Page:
… in math rather than other things, we could really, really do something incredible. But I’m a huge believer in our capability. I just think we got to get everyone together. And, look, the government can’t solve it by themselves. And we can’t look to the government to fix this or to create an innovation culture, they have a role to play but we also have to just get off our butts and do something ourselves.
Can I just add something to what Geoff said, because right at the start… all that was visionary but right at the start did you notice what he said? I don’t know if this is going to work but I’m going to do it anyway. I mean that’s the spirit of innovation. I mean we do tend to have a bit of a chip on our shoulder about failure and fear of failure here, but more leadership like that and we’d see a lot more profound breakthrough innovation.
So as I listen to the conversation I hear some fantastic case studies of excellent collaboration with U.Q., Boeing, G.E., CSIRO’s got a huge number going. But there’s also a thread of what aren’t we doing and why are we missing out? And I think we just have to focus more on what we’re doing well and build on that rather than look for these imaginary gaps. So you talked about Cambridge, Cambridge is doing an extraordinary job in England of building a precinct around themselves. Well downtown Melbourne in the Parkville District now with Bow 21, the University of Melbourne and Monash University, and others, they’ve just put together an $80 million fund for commercialising pharmaceutical and medicinal discoveries. And big international companies are investing in it, Servier and Glaxo, they see the value. And we need to recognise that and say, ‘what are we doing right?’ And do more of it rather than keep looking for what we’re not doing. So…
What about the difference…?
Let me finish another point. We have a fantastic record now that just became crystallised in the last few weeks of 25 years in a row without a recession. There’s no other country in our position and yet we keep saying to ourselves, ‘what’s wrong with us?’ Instead of saying, ‘what’s right with us?’ And as I said in my opening remarks, so much of what we do that is fantastic, is invisible as conventional high tech. You know the mining industry is staggering in terms of what they do. You go to the Rio Tinto control centre and you walk in… in Perth, and that’s where they’re controlling their Pilbara operations. And I went there with my wife about two months ago and I walk in there and I think, NASA eat your heart out. This place is fantastic. It’s 200 metres long and television screen… you know monitors all over the place and they are controlling the world’s largest private railroad, 3000 kilometres away.
I do think mining is one area… I know government’s got, what, six different areas that they’re looking at innovation, mining is probably going to be the lead area.
It should be but most people think about mining is digging dirt out of the ground and they think of it as low tech because the product is just dirt, or iron ore.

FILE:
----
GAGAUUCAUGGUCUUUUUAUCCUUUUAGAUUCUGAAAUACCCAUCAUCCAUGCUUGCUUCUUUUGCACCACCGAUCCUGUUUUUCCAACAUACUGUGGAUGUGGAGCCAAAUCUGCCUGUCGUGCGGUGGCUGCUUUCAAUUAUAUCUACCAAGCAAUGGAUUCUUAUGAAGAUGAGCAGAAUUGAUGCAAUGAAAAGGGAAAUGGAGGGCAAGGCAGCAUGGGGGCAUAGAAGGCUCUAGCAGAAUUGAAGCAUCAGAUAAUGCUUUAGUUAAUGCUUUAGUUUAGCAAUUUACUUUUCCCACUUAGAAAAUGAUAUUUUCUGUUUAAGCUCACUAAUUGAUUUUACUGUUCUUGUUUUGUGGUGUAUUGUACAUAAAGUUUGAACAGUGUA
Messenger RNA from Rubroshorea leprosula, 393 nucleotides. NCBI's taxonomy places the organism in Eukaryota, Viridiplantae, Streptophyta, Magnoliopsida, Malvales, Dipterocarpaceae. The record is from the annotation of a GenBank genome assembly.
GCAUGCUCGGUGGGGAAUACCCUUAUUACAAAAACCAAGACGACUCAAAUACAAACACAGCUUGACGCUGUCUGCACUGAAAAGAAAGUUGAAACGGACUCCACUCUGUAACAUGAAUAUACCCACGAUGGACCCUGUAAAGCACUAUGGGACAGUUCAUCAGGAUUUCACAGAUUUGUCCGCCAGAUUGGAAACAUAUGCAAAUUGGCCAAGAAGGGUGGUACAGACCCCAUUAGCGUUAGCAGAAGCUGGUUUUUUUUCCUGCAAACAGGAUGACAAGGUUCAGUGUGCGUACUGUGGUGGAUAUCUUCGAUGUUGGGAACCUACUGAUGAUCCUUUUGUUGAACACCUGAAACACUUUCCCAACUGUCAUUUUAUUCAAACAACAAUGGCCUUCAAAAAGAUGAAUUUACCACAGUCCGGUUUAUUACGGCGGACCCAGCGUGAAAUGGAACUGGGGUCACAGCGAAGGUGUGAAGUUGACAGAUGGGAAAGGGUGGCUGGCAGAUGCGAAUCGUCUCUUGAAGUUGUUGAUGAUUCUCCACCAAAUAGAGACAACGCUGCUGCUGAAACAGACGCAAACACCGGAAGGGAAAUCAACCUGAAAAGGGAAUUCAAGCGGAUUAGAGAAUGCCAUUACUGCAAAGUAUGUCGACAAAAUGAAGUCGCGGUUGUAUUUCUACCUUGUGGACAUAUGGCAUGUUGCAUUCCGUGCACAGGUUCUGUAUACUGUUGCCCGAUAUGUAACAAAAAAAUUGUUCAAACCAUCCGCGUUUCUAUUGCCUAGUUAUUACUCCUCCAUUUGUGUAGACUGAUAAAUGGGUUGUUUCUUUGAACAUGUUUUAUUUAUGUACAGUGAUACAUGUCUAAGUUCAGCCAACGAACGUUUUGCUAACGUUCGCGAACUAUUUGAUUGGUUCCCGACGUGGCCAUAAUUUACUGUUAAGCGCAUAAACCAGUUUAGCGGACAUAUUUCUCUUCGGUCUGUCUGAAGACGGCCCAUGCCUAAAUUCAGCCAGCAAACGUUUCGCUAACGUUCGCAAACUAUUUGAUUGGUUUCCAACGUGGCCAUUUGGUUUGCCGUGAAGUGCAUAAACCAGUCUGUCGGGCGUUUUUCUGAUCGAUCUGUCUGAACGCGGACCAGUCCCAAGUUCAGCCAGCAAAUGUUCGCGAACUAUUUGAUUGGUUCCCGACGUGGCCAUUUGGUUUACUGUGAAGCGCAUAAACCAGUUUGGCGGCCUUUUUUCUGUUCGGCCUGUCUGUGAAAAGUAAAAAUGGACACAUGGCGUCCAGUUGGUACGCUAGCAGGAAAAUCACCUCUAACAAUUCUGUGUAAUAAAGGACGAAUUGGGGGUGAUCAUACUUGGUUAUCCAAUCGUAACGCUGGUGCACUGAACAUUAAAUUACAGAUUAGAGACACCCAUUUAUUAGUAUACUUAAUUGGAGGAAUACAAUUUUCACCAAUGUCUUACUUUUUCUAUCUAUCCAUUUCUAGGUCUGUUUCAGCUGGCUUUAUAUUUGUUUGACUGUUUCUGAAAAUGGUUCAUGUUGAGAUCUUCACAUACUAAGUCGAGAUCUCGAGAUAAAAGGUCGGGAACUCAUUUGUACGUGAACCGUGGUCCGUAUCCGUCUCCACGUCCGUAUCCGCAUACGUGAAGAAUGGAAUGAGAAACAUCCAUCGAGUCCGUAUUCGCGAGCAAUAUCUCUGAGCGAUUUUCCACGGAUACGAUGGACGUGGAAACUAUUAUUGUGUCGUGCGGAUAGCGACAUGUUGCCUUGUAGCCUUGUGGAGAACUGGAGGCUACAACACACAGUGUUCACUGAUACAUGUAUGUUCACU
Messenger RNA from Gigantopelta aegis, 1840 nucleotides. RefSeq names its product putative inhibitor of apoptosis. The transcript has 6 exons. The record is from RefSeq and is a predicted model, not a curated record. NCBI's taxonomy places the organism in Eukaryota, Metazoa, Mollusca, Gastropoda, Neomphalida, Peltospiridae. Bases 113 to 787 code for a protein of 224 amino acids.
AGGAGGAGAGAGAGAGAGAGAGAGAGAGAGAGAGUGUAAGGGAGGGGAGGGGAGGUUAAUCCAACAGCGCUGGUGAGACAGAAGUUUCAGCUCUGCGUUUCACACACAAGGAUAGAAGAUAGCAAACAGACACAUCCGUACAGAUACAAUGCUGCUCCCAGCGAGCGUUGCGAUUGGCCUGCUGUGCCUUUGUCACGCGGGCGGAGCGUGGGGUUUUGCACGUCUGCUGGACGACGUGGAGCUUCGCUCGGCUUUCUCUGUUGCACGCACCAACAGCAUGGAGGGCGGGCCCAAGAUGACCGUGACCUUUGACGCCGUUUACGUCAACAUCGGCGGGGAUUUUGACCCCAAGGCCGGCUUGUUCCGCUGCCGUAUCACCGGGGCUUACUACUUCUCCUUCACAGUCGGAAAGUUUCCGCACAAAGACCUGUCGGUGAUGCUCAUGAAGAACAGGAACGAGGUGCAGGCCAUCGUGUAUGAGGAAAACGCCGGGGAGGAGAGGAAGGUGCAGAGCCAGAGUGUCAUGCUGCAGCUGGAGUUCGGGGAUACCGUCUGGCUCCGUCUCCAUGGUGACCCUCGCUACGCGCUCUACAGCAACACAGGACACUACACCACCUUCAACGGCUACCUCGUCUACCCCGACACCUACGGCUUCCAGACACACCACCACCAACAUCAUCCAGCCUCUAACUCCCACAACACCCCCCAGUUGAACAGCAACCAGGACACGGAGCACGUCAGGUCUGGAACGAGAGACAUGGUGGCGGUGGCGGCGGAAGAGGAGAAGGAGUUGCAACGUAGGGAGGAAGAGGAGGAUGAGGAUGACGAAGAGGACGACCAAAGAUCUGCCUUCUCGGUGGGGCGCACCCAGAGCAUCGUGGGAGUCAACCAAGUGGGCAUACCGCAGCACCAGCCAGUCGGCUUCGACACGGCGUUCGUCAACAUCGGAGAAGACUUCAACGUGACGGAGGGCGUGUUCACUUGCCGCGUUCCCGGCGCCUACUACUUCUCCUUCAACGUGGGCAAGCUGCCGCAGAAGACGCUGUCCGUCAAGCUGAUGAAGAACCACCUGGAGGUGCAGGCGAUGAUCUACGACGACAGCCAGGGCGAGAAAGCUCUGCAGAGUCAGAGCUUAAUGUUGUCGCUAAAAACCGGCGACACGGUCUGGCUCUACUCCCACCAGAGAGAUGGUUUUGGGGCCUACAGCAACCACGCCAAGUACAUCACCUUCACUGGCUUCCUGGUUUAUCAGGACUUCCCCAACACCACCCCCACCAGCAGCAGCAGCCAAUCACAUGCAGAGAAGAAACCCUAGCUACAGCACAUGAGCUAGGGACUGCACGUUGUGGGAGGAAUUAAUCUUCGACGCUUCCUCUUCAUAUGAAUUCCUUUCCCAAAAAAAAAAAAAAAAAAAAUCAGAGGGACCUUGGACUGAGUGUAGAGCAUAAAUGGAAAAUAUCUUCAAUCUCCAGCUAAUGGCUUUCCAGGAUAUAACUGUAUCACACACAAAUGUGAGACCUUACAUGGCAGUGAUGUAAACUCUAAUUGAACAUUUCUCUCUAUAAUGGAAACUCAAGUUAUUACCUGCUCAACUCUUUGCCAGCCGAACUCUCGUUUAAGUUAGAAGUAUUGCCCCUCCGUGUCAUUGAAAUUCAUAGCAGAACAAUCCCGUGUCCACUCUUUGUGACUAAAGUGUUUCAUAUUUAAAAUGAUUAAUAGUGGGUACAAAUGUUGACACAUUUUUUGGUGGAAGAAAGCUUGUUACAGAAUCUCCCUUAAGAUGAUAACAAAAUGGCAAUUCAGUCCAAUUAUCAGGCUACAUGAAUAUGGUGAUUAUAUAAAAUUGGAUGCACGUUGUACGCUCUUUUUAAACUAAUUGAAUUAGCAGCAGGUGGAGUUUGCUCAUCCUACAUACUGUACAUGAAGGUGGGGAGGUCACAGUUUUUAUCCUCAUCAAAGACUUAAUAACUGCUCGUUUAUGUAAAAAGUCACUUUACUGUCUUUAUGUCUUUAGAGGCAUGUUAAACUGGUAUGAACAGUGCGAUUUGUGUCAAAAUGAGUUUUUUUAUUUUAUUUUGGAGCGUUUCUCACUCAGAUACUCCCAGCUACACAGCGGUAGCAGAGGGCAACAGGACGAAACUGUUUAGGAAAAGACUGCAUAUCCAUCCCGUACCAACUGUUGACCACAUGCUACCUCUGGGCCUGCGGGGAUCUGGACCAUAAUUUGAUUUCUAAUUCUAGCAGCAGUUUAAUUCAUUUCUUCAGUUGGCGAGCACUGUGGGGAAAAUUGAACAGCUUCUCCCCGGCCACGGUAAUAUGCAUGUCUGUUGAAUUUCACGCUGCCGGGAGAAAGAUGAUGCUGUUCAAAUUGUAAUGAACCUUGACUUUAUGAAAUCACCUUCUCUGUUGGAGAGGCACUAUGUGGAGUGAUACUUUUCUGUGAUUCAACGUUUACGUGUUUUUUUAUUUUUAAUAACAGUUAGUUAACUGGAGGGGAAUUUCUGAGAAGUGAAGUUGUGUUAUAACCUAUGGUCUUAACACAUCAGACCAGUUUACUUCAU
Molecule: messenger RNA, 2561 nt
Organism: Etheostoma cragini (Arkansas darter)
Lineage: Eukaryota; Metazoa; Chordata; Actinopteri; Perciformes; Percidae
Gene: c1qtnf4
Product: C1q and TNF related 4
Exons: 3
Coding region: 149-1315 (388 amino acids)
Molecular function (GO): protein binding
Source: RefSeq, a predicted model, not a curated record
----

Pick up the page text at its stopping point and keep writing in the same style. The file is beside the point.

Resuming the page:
But getting it out economically and shipping it in volume with minimum impact on the environment safely and economically is a staggeringly difficult challenge. And the trouble is none of the international metrics from the O.E.C.D. or the World Bank or the Global Innovation Index, none of them value that embodied technology in the $90 billion worth of exported minerals. But if they could look at embodied technology in the same way as we look at embodied carbon dioxide when you make an electric car, everybody’s got that in their mind, they understand the concept of embodied emissions during manufacturing, but they don’t get it that that dirt as embodied innovation.
Can I move to a different, staggeringly difficult challenge, which is research industry collaboration, which a lot of people I’m sure talk about and are frustrated by. If we look at it, again the latest stats I’ve got, the U.S… in terms of how research is commercialised, the U.S. 70%, the U.K. 40%, Australian 4%, below Mexico apparently. Why are we no good at this? Does anybody want to jump in? Peter or Michael?
Well I will just repeat what I said before, I think there is much more happening now than we’re given credit for. However, I do believe that there has not been a tradition of Australian business and industry to educate PhD educated people in that workforce. And I do believe that if you look at economies like in the Nordic countries, in Germany, in the U.S. as well, you’ll probably find that only 30% of the PhDs stay inside academia or government research labs, and the rest go out and work in the economies. So they do their own innovation where they’re actually able to understand what happens inside the universities and spot an opportunity that traditional academics can’t see and suggest to the academics, you know, we think you can use this for something, rather than the academic saying, ‘I’ve done something really great, now I just need to find a problem for it.’ And that’s what we have to do.